Recent economic growth allowed the former Soviet Union republic Kazakhstan to open dozens of new schools across the country. This is the state with the lowest non-attendance rate among primary and secondary school children on our list. Moreover, Kazakhstan can be proud of the fact that children generally have equal access to education regardless of gender, and their socio-economic backgrounds.
    kazakhstan, park, green, white, president, central, urban, landmark, column, night, summer, light, entrance, clouds, asia, almaty, architecture, city, blue, beauty, sunset, outdoors, sight, first, beautiful, nature, 10 Countries that have the Happiest Students in the World


    8. Costa Rica

    Percentage of students who report being happy at school 90.6

    Costa Rica is a place where the happiest people on planet live, at least that’s what Happy Planet Index claims. Since children and adolescents account for nearly one-third of the state population, it is not a surprise that young Costa Ricans found their place on this list. Still, it should be mentioned that one of the problems which Costa Rica’s educational system faces is high non-attendance rate among secondary school students. The rate is as high as 18.4 percent partly because great number of children from immigrant and indigenous families are out of the system.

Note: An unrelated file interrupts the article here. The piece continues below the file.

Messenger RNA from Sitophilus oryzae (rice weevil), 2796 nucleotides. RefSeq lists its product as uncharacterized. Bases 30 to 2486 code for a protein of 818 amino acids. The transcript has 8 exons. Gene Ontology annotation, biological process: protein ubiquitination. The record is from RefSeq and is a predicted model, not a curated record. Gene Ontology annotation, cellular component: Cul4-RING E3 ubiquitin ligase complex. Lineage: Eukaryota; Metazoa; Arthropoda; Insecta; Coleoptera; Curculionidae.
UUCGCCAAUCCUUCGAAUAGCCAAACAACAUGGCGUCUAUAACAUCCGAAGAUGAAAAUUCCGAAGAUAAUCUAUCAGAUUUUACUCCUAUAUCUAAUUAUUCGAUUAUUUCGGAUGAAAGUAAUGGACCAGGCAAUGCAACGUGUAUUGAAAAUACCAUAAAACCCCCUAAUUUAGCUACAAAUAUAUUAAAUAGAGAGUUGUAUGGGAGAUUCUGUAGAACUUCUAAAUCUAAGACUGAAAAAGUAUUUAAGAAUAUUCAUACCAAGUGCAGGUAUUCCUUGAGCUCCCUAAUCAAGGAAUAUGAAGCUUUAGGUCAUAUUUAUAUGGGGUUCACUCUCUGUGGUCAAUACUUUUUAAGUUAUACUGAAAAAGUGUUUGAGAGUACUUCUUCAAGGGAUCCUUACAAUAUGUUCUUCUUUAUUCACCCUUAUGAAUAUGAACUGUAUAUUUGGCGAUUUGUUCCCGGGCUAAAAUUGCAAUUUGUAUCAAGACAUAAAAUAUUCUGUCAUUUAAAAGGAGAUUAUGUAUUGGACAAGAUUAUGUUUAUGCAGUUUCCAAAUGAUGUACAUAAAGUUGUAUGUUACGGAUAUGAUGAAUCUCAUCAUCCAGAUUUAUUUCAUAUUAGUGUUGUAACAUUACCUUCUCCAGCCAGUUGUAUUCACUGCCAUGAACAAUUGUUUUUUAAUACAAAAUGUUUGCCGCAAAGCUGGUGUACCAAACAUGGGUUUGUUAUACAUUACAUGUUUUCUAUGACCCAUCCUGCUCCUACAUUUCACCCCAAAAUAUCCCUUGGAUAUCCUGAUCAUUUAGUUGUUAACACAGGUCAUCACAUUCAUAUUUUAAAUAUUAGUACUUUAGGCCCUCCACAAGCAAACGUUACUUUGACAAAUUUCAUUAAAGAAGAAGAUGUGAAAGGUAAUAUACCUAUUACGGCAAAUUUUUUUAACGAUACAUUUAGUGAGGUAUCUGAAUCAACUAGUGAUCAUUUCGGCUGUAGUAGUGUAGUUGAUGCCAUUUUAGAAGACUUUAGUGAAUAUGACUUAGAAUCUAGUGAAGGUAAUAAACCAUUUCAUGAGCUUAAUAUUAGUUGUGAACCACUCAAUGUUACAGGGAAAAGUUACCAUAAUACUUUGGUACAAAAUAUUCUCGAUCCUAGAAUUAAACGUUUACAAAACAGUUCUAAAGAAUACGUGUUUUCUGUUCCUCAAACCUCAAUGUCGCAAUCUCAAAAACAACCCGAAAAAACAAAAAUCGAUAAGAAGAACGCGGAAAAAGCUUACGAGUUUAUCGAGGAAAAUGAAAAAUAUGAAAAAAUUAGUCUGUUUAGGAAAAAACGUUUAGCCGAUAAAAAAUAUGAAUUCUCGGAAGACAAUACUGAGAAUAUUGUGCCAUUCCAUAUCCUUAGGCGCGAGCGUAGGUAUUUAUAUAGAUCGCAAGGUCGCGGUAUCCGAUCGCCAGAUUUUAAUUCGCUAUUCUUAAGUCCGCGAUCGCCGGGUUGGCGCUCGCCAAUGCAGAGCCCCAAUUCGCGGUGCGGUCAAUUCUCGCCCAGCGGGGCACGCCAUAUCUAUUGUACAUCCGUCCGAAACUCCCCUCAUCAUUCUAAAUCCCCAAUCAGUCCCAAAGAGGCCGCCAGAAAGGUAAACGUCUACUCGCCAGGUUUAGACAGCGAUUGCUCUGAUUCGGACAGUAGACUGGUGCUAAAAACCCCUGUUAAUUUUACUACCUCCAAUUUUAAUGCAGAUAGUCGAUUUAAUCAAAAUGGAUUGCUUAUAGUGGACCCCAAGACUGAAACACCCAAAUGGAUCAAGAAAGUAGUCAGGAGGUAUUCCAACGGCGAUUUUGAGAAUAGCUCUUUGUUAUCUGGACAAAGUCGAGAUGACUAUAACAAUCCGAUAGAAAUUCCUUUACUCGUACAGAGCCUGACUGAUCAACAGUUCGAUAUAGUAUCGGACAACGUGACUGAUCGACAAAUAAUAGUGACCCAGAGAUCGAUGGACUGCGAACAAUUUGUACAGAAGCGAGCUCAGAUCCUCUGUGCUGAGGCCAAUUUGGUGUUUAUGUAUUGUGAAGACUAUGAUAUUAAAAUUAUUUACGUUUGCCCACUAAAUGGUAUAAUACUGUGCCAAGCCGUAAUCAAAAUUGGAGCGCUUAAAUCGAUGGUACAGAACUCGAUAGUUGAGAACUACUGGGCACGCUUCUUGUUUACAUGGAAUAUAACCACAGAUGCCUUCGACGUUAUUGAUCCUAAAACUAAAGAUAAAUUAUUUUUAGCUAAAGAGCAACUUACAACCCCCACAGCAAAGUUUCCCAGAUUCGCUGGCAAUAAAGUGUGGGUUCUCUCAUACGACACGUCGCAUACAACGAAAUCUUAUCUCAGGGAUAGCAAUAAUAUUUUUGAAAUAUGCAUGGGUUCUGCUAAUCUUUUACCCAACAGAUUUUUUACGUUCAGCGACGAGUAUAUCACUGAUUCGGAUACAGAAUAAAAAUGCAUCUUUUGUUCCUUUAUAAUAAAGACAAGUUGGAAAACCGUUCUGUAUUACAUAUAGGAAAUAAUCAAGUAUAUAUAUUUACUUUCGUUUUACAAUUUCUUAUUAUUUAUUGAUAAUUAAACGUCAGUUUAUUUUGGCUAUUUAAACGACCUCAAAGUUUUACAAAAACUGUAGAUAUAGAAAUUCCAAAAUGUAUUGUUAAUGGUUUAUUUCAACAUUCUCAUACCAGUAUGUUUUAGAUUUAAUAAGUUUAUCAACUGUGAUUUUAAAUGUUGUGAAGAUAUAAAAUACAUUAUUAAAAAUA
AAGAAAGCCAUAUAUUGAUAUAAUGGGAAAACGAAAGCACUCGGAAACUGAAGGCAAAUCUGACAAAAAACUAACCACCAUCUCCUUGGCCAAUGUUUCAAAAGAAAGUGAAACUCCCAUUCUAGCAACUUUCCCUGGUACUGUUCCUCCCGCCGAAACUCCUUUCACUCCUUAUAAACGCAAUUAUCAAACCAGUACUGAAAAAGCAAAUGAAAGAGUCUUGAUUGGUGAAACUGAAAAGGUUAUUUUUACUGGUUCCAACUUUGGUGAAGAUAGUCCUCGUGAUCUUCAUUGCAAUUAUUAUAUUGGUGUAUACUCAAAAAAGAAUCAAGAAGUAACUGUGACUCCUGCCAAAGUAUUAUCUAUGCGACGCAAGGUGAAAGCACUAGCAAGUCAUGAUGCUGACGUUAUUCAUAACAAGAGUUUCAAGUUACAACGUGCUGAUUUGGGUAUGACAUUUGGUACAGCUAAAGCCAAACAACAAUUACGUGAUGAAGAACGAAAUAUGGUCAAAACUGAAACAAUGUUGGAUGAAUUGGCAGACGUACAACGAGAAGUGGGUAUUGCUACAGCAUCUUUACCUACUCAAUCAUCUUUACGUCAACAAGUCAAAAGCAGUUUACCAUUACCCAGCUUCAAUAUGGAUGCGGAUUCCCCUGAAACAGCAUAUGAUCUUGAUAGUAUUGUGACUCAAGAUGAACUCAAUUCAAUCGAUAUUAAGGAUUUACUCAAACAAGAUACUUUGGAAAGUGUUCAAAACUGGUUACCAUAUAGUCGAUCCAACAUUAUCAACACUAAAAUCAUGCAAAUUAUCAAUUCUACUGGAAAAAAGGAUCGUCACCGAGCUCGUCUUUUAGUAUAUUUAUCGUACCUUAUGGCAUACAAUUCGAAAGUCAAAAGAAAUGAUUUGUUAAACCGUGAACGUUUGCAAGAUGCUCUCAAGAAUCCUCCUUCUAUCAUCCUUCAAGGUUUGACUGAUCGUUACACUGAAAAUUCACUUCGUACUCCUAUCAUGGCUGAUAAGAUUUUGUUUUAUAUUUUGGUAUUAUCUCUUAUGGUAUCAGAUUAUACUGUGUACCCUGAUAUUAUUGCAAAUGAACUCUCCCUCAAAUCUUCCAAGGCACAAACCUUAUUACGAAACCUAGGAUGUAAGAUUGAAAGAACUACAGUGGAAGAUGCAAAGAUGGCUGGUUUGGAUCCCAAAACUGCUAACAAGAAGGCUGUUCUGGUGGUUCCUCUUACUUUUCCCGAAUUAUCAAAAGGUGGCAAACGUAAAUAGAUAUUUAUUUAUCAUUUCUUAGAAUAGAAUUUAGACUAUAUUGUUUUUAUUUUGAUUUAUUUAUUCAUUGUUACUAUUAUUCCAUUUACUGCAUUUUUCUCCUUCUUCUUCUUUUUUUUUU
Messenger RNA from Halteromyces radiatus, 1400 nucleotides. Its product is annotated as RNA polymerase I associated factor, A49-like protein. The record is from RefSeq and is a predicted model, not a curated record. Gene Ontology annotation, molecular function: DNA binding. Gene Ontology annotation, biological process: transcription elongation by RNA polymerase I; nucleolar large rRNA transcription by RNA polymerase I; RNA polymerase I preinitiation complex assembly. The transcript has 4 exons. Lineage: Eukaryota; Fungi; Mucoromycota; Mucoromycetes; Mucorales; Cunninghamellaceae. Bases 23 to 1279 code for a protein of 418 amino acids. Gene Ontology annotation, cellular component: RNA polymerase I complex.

costa, rica, san, jose, theater, theatre, night, sunset, teatro, america, travel, central, old, open, people, twilight, of, architecture, fountain, neoclassical, square, latin,10 Countries that have the Happiest Students in the World


    7. Mexico

    Percentage of students who report being happy at school 90.9

    Mexico has one of the youngest nation in the world with 35 percent of population under the age of 18. Although in recent years, Mexico’s economy has been expanding (in 2011 the annual growth rate was 4%, and in 2014, 2.1%), one of the major challenges it faces is great difference in income, especially between urban and rural regions, which affects children access to education. In poorer parts of Mexico, children drop out from school to work.
    Most Expensive Places To Visit In Mexico 10 Countries that have the Happiest Students in the World


    6. Malaysia

    Percentage of students who report being happy at school 91.4

    In Malaysia significant number of children don’t attend primary school, and dropout rate is high, especially among rural children. While the country has a lot to do to improve access and quality of primary and secondary education, when it comes to higher education Malaysia has become regional center in south-east Asia, by developing cooperation with foreign universities, opening new colleges and attracting young people from all over the world to study in Malaysia.

    5. Colombia

    Percentage of students who report being happy at school 92.2

    Colombia is fifth country on our list 10 countries that have the happiest students in the world. This comes as a surprise given the serious violation of children rights in the country. Continuous armed conflicts between the government and guerrilla groups have left millions displaced, including great number of children who don’t have access to education. Moreover, Colombia is notorious for recruitment of child soldiers, despite the law prohibiting the use of children under age 18 in the National Army. However, it seems that Colombians know how to preserve optimism since the country ranked third on Happy Planet Index, which also might explain its place on this list.